By and large, Sorkin has reworked this into a series of TV drama scenes where more often than not, it feels like the songs are interruptions. Not good for a musical. In his alleged effort to "update," "enrich," and "modernize" the book, he has stripped it of its heart, humor and magic (literally and figuratively). Okay, so the central trio are more relatable (?), and argue and strategize like we do. So what? You'd think he'd know how to do this without decimating what makes Camelot Camelot. To match that, Sher has blocked a series of scenes that involve a lot...a lot...of pacing, and dramatic turns, and still more pacing. You'd have thought with all of that skulking around, he'd have used more of the stage, or at least given us something more to look at. More than once, I thought to myself, "if he was only going to use the thrust, why not use the Circle in the Square?"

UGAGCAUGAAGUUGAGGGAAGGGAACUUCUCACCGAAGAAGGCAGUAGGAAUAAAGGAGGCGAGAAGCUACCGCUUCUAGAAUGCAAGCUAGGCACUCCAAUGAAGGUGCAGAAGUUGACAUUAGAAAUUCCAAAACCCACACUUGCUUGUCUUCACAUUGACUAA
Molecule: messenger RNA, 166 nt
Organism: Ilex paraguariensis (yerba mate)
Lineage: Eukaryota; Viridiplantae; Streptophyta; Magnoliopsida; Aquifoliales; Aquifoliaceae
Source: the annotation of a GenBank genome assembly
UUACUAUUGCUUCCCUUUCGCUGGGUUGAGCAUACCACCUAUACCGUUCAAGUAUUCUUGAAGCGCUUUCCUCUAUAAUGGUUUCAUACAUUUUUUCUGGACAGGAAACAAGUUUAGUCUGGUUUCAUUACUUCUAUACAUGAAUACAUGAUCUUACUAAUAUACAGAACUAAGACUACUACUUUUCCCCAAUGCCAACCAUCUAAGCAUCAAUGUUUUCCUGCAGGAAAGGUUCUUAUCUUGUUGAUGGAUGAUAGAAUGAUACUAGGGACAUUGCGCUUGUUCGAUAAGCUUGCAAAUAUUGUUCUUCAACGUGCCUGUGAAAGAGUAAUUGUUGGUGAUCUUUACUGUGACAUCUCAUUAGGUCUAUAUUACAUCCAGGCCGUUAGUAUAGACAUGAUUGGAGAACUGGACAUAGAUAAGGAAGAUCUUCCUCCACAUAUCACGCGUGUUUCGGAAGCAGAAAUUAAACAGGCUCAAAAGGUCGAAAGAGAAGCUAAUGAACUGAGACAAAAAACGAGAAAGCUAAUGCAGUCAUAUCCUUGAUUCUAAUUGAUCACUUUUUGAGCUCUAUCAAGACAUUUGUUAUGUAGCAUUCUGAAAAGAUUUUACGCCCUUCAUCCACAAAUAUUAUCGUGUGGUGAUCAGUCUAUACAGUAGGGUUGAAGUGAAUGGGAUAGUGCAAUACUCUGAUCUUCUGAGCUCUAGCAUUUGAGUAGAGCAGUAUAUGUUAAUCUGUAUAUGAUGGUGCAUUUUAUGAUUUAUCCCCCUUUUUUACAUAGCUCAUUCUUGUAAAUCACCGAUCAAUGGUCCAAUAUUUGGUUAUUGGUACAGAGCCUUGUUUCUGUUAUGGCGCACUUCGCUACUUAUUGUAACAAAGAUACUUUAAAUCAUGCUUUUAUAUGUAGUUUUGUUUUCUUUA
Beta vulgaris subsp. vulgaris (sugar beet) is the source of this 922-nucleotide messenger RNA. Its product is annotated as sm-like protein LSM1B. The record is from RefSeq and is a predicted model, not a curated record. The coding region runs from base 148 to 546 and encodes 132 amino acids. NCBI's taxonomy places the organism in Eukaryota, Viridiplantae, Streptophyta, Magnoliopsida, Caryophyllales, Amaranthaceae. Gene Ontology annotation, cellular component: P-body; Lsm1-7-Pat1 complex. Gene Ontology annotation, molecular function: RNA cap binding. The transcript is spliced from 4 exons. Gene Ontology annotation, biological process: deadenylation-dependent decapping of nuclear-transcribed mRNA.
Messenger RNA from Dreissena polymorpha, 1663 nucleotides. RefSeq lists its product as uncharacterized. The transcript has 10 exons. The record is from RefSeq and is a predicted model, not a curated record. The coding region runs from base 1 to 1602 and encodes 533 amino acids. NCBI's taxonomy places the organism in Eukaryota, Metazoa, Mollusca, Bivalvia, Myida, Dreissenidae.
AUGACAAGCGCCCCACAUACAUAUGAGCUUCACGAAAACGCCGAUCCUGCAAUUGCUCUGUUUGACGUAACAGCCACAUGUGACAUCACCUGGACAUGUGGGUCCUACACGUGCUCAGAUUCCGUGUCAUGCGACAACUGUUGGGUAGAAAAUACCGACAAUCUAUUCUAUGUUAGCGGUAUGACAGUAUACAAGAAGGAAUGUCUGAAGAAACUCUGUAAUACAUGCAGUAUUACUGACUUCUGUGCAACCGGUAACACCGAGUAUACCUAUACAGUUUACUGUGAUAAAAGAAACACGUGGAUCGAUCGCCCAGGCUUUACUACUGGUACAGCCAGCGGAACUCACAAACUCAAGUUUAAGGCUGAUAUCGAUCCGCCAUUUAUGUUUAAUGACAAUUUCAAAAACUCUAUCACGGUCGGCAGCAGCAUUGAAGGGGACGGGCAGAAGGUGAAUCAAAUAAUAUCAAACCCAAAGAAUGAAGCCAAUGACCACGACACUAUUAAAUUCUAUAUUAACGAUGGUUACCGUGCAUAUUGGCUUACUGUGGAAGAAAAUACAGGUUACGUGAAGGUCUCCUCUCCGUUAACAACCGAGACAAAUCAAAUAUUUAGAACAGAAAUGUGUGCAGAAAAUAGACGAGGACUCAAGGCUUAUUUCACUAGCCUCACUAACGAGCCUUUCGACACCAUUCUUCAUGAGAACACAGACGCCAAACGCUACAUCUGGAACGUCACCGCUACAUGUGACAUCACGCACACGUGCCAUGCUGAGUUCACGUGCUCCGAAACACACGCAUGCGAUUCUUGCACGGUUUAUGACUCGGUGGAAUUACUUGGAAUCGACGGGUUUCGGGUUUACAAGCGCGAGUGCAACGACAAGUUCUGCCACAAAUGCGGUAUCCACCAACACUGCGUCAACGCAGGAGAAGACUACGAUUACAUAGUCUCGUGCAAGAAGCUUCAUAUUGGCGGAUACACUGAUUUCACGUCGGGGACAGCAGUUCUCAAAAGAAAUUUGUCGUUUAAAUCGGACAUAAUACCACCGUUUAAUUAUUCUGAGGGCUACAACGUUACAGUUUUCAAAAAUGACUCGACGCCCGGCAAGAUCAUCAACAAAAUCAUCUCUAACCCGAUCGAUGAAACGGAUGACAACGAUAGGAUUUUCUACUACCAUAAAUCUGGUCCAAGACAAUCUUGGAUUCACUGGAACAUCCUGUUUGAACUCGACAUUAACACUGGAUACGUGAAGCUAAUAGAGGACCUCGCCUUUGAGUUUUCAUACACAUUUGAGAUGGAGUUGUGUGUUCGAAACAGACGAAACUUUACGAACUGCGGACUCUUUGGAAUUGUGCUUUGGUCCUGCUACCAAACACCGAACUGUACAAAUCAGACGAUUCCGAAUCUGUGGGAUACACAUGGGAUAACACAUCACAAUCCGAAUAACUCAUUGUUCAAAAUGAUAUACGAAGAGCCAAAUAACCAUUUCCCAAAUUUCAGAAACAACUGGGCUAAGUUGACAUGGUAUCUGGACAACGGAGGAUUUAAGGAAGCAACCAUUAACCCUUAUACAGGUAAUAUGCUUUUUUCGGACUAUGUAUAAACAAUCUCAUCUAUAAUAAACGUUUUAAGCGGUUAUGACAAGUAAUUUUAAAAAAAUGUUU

There were but two times in the it-feels-longer-than three hours, where the staging was actually excellent. Thrilling even. One was the tournament, that was actually colorful, exciting and wonderfully staged (fight direction by theater legend B. H. Barry). The other was the extended sequence during "Fie On Goodness!"/"I Loved You Once in Silence"/"Guenevere." 
The energy was palpable. It was like watching a live action movie, with cross-cutting, chases, sex scenes, arguments and treachery all weaving in and out at an alarming - and exciting - pace. The best 20 minutes of the entire production.